“I didn't know about the 33 1/3 series until I was gifted the LCD Soundsystem one by Ryan Leas for my birthday a few weeks ago. I've since decided any book from the series makes the perfect gift. I've been an LCD fan for as long as I can remember, and my friend knew Sound of Silver was in my top ten albums of all time (I'd sent him a playlist months back). While reading and learning about James Murphy's life and intent behind the iconic album, I could practically hear ‘All My Friends’ and ‘Us Vs. Them’ ringing in my ears. The books are short, about 100 pages each, and walk you through the history, impact, and analysis of the greatest albums of all time. And with installments ranging from Pink Floyd's ‘The Piper at the Gates of Dawn’ to Joni Mitchell's ‘Court and Spark,’ there's something for everyone.” – Tatiana

Worth your time to read this one. Credit: @books.and.beers

Four Thousand Weeks: Time Management for Mortals by Oliver Burkeman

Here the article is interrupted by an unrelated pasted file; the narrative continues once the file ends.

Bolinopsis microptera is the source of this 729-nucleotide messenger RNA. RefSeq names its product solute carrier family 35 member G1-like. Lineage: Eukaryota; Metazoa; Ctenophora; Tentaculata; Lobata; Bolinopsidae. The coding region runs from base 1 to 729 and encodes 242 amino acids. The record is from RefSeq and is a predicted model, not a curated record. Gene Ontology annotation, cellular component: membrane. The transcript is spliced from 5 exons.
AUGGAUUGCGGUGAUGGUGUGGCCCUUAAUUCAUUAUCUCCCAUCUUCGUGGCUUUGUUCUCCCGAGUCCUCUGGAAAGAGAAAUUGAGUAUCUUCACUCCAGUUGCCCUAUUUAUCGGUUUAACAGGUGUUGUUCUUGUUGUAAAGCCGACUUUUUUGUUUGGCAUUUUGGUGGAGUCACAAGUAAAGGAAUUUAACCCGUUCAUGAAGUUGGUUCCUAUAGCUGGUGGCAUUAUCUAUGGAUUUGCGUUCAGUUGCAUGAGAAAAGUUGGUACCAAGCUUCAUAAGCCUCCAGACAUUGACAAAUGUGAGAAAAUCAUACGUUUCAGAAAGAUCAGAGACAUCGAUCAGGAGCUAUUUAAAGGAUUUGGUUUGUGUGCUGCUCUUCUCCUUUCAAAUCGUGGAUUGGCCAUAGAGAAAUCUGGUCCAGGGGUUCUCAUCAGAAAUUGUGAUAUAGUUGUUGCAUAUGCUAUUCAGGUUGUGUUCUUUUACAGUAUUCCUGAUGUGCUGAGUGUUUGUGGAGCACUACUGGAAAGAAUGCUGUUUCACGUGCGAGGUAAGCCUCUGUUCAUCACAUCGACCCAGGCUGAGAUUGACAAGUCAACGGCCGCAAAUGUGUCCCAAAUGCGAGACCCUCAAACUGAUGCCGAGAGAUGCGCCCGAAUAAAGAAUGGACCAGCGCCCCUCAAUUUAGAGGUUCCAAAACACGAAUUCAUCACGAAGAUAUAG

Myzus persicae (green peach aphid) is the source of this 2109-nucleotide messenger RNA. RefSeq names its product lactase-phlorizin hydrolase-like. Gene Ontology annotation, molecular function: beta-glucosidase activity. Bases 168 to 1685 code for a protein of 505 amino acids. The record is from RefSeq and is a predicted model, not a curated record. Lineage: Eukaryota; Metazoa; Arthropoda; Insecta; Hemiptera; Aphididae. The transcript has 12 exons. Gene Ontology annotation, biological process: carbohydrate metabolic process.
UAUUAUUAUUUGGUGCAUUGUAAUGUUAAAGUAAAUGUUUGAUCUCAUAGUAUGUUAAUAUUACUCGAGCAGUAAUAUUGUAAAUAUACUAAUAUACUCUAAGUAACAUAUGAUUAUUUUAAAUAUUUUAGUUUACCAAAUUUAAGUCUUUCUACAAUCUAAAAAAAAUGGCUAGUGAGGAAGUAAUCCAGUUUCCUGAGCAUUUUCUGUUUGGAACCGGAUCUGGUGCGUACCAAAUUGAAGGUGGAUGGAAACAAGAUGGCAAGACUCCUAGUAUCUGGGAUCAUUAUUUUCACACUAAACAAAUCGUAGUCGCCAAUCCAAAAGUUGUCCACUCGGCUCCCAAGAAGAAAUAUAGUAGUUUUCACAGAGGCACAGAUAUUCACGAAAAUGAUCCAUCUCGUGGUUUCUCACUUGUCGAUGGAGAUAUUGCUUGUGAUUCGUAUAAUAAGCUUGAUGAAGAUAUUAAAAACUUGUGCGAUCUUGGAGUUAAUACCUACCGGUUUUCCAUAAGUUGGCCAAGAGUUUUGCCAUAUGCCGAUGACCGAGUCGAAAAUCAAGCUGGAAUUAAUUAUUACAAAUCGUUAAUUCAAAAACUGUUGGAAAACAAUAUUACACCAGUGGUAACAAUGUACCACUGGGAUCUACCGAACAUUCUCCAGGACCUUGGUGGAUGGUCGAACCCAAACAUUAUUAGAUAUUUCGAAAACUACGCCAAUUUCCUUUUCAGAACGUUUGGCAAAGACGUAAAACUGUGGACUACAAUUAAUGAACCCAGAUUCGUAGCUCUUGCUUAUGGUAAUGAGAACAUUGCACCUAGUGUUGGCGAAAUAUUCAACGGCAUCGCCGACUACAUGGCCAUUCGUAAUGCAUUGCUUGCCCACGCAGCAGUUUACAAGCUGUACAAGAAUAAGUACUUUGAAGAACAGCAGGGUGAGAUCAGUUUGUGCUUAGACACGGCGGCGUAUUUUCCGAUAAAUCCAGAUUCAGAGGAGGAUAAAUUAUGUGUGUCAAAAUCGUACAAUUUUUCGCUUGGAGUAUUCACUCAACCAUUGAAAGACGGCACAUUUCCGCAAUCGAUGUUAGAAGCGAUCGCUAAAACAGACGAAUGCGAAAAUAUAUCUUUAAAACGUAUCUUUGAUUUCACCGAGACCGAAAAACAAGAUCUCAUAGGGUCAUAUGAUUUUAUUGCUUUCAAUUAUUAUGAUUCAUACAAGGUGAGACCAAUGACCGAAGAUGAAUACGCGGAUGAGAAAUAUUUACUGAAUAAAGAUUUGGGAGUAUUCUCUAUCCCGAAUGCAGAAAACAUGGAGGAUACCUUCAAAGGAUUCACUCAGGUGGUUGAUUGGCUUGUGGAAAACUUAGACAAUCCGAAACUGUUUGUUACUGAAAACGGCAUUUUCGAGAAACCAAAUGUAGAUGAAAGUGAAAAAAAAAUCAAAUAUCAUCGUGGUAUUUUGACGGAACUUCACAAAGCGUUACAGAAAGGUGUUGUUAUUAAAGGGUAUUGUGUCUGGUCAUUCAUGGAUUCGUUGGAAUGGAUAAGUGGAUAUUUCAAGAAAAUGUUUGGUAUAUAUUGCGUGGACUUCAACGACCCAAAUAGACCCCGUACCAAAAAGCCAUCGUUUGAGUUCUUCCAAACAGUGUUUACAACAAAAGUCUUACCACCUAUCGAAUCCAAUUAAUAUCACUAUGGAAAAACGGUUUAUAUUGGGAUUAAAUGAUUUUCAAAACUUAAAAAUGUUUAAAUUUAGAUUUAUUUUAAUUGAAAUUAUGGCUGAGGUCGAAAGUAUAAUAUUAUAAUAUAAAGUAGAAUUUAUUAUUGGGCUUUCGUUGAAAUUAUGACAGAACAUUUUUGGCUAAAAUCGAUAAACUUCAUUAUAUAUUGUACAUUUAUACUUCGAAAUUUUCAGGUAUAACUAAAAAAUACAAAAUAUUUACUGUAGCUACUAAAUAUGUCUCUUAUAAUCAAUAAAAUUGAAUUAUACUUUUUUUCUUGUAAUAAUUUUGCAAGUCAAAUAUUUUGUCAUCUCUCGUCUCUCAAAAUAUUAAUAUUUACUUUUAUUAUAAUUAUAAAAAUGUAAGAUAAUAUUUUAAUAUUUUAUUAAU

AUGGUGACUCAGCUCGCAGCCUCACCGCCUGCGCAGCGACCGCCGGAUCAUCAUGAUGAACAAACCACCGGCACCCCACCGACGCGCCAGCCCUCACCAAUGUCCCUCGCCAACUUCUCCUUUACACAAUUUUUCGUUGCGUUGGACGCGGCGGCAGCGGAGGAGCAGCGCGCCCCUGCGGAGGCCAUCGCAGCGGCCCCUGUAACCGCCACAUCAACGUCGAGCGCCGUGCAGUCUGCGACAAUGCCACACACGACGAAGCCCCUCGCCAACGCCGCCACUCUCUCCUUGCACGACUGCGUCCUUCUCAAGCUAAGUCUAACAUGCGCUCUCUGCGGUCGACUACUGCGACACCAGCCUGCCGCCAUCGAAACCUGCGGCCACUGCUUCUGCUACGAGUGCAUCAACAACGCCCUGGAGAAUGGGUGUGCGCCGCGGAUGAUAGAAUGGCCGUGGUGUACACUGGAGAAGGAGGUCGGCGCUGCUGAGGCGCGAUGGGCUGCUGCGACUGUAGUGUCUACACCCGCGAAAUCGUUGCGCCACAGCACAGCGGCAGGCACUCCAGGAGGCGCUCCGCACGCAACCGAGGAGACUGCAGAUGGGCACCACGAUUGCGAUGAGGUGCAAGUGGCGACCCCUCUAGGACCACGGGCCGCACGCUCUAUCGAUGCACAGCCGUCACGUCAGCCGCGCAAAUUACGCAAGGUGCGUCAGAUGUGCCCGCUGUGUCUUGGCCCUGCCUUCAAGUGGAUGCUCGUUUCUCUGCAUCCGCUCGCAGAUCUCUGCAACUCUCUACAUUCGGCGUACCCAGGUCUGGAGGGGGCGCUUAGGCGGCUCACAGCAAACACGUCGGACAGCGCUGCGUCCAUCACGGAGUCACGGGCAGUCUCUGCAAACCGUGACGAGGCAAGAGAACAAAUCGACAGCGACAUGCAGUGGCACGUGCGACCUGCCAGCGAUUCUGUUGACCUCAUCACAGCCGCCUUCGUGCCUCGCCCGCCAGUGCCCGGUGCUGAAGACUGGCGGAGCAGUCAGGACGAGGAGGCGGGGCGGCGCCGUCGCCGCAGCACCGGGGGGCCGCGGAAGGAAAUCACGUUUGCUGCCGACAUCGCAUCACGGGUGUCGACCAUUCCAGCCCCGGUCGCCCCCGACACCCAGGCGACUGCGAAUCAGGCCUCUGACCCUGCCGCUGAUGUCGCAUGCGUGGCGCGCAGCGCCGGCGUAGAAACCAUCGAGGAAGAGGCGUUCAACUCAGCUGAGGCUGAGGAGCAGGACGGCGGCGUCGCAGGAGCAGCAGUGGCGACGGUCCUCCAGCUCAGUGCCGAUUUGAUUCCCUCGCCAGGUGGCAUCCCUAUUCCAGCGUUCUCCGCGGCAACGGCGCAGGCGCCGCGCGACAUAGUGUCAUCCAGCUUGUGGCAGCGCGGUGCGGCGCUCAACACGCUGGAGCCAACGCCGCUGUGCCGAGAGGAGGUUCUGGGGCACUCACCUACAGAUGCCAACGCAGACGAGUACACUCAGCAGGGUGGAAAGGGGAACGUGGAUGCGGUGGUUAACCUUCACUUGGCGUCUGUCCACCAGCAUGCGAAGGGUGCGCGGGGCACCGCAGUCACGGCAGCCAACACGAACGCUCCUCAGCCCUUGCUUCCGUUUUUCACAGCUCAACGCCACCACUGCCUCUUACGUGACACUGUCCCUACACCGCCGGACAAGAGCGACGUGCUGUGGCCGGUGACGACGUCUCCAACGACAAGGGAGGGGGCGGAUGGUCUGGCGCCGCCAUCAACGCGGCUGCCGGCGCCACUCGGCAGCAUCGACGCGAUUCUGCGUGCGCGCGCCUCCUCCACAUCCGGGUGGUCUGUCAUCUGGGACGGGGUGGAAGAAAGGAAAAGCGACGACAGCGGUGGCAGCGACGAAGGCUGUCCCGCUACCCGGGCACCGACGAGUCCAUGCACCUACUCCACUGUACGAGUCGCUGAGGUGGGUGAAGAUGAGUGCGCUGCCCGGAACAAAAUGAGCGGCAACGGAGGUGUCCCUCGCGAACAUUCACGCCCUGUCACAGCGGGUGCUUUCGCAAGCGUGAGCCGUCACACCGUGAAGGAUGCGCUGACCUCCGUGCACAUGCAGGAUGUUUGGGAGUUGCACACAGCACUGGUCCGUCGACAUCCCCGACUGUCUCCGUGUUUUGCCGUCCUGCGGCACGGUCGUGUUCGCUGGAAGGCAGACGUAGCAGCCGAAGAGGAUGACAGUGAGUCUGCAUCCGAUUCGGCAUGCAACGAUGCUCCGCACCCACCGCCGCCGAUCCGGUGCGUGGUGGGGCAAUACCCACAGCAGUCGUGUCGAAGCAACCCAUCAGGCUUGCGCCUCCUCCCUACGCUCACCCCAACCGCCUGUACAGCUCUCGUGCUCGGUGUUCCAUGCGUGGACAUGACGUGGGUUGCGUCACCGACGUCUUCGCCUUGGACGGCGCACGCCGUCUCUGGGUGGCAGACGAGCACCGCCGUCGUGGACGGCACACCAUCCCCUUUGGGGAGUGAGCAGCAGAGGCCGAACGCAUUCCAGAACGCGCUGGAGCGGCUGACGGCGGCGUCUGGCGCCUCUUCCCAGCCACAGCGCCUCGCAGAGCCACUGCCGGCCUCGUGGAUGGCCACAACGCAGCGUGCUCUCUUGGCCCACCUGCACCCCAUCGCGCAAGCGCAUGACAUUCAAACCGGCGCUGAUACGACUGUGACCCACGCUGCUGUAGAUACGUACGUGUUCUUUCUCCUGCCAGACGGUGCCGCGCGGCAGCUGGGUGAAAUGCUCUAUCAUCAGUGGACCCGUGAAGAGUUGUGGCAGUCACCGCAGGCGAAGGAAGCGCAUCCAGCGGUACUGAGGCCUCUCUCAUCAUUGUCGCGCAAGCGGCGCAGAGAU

“Instead of being another ‘productivity hack’ book, Four Thousand Weeks actually analyzes the social history of time management — why we’re all obsessed with how best to use our limited hours. In the vein of all my favorite books, this deeply researched yet accessible read incorporates psychology, history, philosophy, and more to create a compelling interdisciplinary portrait. Considering the subject matter, it also pulls in labor research and tech to dissect how we treat ‘time’ as a society and how those philosophies have reverberated into other aspects of our culture. The book is extremely engaging and fascinating (not dry at all) thanks to its relevance and witty style. It doesn’t demonize our workaholic nature but instead contains a lot of startlingly accurate insights and reflections that give me a fuller, more nuanced understanding of the influences affecting my ultimate standard of living and how I spend my day to day.” – Grace

Is there another book we should bump up our list? Send it our way: hello@thequalityedit.com.